"Music is the heart of life."
Perhaps the most technically advanced pianist of his era, Franz Liszt was noted for astounding improvisations and innovating new forms of music.
Like its namesake, the Imperial Series LISZT is a marvel of technical command – the latest improvisation upon a revolutionary Vienna Acoustics design that sets a new standard in sound.
The Music Company
Vienna Acoustics products are inspired by people and place.
We have always been motivated by the dramatic difference a great speaker can deliver; and when building a product by hand, as we do, it is always the people and their teamwork that determine that difference.
Our people – our team – share a passion for music that derives from the ambience of our home, the “City of Music,” with its renowned classical and contemporary music venues. Music is the culture of Vienna, permeating every aspect of life, and musicians from around the world flock to the city to play in its celebrated, acoustically magnificent concert halls. Vienna Acoustics speakers reflect this heritage: like the great Großer Musikvereinssaal, they enable any style of music to be fully realized. The sound is rich, authentic, detailed, and unfailingly musical.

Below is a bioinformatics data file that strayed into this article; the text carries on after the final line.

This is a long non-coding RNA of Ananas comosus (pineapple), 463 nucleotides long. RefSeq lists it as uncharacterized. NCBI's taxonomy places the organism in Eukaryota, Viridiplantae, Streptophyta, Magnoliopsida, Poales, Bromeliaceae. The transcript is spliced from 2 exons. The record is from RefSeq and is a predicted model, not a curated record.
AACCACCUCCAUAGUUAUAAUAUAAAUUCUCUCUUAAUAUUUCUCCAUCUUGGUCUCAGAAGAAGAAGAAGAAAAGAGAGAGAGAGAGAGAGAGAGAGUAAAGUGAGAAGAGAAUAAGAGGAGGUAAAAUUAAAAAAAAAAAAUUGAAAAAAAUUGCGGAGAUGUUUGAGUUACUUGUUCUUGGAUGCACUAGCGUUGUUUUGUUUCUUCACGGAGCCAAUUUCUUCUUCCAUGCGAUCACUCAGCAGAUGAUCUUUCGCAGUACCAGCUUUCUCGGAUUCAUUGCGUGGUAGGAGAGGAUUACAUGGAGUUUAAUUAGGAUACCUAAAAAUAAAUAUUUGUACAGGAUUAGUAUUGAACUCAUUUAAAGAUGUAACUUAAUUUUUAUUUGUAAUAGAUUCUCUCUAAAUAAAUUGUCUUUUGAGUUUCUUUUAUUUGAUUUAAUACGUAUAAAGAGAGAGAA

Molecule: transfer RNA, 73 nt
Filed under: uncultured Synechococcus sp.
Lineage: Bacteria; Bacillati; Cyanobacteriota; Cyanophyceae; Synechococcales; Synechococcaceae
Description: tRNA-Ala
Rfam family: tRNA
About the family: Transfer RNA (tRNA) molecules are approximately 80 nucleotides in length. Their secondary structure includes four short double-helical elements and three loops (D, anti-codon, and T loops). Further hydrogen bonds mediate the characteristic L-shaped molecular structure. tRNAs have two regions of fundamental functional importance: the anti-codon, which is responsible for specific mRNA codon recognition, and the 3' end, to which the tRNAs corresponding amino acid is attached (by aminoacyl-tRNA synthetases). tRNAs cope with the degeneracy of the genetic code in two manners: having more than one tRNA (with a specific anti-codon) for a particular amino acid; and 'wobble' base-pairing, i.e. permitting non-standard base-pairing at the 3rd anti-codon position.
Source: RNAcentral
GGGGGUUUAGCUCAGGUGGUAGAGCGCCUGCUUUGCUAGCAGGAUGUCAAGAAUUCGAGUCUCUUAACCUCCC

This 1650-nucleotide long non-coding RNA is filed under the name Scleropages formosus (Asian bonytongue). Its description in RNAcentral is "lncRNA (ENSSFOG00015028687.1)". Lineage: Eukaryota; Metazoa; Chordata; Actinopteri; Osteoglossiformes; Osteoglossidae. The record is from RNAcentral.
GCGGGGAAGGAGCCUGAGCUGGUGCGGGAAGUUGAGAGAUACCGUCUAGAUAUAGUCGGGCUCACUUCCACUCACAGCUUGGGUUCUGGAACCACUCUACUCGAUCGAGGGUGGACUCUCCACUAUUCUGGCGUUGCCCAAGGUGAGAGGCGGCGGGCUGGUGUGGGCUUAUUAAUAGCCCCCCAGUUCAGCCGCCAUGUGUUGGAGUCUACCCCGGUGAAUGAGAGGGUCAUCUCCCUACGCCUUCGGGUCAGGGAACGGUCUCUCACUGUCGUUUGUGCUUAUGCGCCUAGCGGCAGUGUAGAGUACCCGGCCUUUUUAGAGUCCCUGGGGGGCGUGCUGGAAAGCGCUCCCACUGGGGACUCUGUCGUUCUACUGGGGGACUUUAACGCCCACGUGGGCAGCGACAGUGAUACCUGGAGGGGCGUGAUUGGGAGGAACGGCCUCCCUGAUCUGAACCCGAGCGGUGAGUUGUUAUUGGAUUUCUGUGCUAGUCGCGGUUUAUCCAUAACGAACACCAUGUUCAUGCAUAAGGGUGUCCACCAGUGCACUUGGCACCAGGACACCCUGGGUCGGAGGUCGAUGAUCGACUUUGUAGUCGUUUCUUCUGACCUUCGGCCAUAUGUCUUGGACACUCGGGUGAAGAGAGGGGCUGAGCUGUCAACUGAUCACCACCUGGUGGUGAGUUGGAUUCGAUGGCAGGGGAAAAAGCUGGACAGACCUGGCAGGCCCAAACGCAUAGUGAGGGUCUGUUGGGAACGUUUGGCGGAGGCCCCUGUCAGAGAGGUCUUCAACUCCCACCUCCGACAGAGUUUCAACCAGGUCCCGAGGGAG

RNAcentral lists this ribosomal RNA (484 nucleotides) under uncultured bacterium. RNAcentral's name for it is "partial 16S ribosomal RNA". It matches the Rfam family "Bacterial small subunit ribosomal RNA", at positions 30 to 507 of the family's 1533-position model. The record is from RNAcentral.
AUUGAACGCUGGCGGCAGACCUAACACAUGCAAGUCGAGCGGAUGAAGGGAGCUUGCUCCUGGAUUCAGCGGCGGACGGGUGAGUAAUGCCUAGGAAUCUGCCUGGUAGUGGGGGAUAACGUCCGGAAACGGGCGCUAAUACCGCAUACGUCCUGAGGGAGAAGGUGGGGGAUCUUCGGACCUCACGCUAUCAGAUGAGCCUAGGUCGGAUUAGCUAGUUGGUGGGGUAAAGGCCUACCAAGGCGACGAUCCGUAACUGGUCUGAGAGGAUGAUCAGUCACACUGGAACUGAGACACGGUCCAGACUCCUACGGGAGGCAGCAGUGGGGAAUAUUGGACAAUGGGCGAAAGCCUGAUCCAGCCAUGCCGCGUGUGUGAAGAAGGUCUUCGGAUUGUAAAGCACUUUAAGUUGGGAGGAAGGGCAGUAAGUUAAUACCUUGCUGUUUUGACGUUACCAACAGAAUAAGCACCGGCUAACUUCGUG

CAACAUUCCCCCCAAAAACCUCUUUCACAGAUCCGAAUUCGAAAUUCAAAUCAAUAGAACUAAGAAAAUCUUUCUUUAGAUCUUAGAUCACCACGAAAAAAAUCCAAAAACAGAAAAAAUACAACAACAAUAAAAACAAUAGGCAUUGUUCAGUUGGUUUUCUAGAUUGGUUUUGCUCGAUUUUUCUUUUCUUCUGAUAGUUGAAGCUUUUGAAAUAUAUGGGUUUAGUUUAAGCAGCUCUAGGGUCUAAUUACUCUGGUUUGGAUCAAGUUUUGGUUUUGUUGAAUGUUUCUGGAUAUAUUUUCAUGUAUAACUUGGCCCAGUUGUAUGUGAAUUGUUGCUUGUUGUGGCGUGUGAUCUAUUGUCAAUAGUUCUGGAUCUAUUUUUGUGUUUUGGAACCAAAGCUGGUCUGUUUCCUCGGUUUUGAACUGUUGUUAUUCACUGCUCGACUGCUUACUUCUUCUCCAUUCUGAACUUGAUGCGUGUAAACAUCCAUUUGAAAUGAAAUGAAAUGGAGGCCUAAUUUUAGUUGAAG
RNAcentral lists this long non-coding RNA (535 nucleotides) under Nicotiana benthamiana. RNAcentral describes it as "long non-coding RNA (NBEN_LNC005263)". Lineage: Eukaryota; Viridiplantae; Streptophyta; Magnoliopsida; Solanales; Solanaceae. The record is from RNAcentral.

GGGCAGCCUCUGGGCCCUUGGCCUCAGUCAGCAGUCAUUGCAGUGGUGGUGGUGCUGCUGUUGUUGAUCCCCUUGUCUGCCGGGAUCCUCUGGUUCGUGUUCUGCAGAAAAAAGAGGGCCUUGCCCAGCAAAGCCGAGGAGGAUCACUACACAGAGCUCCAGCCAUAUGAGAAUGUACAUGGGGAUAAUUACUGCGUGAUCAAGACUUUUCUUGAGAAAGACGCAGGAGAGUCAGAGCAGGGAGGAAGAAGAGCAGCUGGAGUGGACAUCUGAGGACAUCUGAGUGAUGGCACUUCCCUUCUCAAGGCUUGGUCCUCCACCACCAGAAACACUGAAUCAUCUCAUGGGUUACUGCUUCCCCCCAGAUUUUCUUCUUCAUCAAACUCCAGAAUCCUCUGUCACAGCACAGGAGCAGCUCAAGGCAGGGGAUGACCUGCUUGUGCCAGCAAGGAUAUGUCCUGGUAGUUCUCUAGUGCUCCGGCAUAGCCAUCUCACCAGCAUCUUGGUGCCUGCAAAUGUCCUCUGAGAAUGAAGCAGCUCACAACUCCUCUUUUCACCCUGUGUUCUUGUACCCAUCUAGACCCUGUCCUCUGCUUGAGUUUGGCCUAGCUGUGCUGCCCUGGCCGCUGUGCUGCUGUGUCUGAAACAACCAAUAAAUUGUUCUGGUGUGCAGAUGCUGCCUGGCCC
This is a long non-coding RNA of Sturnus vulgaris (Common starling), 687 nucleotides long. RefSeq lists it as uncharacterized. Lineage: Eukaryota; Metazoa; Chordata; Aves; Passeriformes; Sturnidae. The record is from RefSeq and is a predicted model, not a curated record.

The Liszt Speaker
The pinnacle of Vienna Acoustics’ Imperial Series, the LISZT is an ingenious three-way loudspeaker system using an all-new version of the patented Flat-Spider-Cone™ coincident driver technology first seen in our flagship Klimt Series™. This driver is set in a separate rotating, vented enclosure, supported by a sophisticated bass cabinet featuring three of our patented Spider-Cone woofers.
The Music Center
The heart of the LISZT design is the new 15cm Flat-Spider-Cone coincident driver; the result of an intensive development project conducted over the course of many years to further advance our patented system. This second-to-none driver assembly, which perfectly marries an astonishing new midrange with an equally remarkable tweeter, was solely developed by Vienna Acoustics and is skillfully manufactured by ScanSpeak.